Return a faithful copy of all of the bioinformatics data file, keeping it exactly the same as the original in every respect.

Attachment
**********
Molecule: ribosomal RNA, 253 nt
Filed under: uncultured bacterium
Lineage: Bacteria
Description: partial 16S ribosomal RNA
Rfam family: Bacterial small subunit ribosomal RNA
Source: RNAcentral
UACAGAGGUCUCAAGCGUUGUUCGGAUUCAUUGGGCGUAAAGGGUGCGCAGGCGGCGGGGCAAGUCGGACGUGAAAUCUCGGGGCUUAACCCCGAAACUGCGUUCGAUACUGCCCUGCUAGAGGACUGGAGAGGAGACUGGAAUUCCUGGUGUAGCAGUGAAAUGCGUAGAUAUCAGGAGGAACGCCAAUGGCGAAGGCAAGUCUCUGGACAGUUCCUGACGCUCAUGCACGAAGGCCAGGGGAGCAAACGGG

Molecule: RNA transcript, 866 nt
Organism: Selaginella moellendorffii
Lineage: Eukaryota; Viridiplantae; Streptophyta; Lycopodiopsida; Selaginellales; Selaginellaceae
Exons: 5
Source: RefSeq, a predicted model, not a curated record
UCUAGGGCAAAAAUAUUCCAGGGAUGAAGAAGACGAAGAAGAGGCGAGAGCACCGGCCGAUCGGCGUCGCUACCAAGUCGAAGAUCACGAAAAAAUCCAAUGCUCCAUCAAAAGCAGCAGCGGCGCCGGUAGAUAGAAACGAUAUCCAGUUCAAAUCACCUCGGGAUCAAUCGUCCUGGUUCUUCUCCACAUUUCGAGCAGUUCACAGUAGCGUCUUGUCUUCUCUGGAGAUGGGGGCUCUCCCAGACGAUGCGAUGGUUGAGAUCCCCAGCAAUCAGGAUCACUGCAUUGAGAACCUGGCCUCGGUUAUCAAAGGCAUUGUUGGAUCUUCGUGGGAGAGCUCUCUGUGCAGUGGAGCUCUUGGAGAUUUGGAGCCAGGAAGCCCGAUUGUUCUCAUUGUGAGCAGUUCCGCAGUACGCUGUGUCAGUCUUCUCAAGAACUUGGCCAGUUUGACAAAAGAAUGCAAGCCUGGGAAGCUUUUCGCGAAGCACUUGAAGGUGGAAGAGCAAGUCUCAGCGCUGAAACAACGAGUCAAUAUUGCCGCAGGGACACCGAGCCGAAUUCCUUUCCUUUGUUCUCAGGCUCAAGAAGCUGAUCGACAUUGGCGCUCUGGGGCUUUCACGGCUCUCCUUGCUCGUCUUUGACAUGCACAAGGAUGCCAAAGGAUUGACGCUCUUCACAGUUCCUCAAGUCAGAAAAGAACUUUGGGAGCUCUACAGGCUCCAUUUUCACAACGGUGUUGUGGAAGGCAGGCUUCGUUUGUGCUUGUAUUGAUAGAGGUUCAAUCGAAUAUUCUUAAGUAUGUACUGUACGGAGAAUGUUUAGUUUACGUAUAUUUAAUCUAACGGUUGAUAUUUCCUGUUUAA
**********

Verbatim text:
Molecule: ribosomal RNA, 253 nt
Filed under: uncultured bacterium
Lineage: Bacteria
Description: partial 16S ribosomal RNA
Rfam family: Bacterial small subunit ribosomal RNA
Source: RNAcentral
UACAGAGGUCUCAAGCGUUGUUCGGAUUCAUUGGGCGUAAAGGGUGCGCAGGCGGCGGGGCAAGUCGGACGUGAAAUCUCGGGGCUUAACCCCGAAACUGCGUUCGAUACUGCCCUGCUAGAGGACUGGAGAGGAGACUGGAAUUCCUGGUGUAGCAGUGAAAUGCGUAGAUAUCAGGAGGAACGCCAAUGGCGAAGGCAAGUCUCUGGACAGUUCCUGACGCUCAUGCACGAAGGCCAGGGGAGCAAACGGG

Molecule: RNA transcript, 866 nt
Organism: Selaginella moellendorffii
Lineage: Eukaryota; Viridiplantae; Streptophyta; Lycopodiopsida; Selaginellales; Selaginellaceae
Exons: 5
Source: RefSeq, a predicted model, not a curated record
UCUAGGGCAAAAAUAUUCCAGGGAUGAAGAAGACGAAGAAGAGGCGAGAGCACCGGCCGAUCGGCGUCGCUACCAAGUCGAAGAUCACGAAAAAAUCCAAUGCUCCAUCAAAAGCAGCAGCGGCGCCGGUAGAUAGAAACGAUAUCCAGUUCAAAUCACCUCGGGAUCAAUCGUCCUGGUUCUUCUCCACAUUUCGAGCAGUUCACAGUAGCGUCUUGUCUUCUCUGGAGAUGGGGGCUCUCCCAGACGAUGCGAUGGUUGAGAUCCCCAGCAAUCAGGAUCACUGCAUUGAGAACCUGGCCUCGGUUAUCAAAGGCAUUGUUGGAUCUUCGUGGGAGAGCUCUCUGUGCAGUGGAGCUCUUGGAGAUUUGGAGCCAGGAAGCCCGAUUGUUCUCAUUGUGAGCAGUUCCGCAGUACGCUGUGUCAGUCUUCUCAAGAACUUGGCCAGUUUGACAAAAGAAUGCAAGCCUGGGAAGCUUUUCGCGAAGCACUUGAAGGUGGAAGAGCAAGUCUCAGCGCUGAAACAACGAGUCAAUAUUGCCGCAGGGACACCGAGCCGAAUUCCUUUCCUUUGUUCUCAGGCUCAAGAAGCUGAUCGACAUUGGCGCUCUGGGGCUUUCACGGCUCUCCUUGCUCGUCUUUGACAUGCACAAGGAUGCCAAAGGAUUGACGCUCUUCACAGUUCCUCAAGUCAGAAAAGAACUUUGGGAGCUCUACAGGCUCCAUUUUCACAACGGUGUUGUGGAAGGCAGGCUUCGUUUGUGCUUGUAUUGAUAGAGGUUCAAUCGAAUAUUCUUAAGUAUGUACUGUACGGAGAAUGUUUAGUUUACGUAUAUUUAAUCUAACGGUUGAUAUUUCCUGUUUAA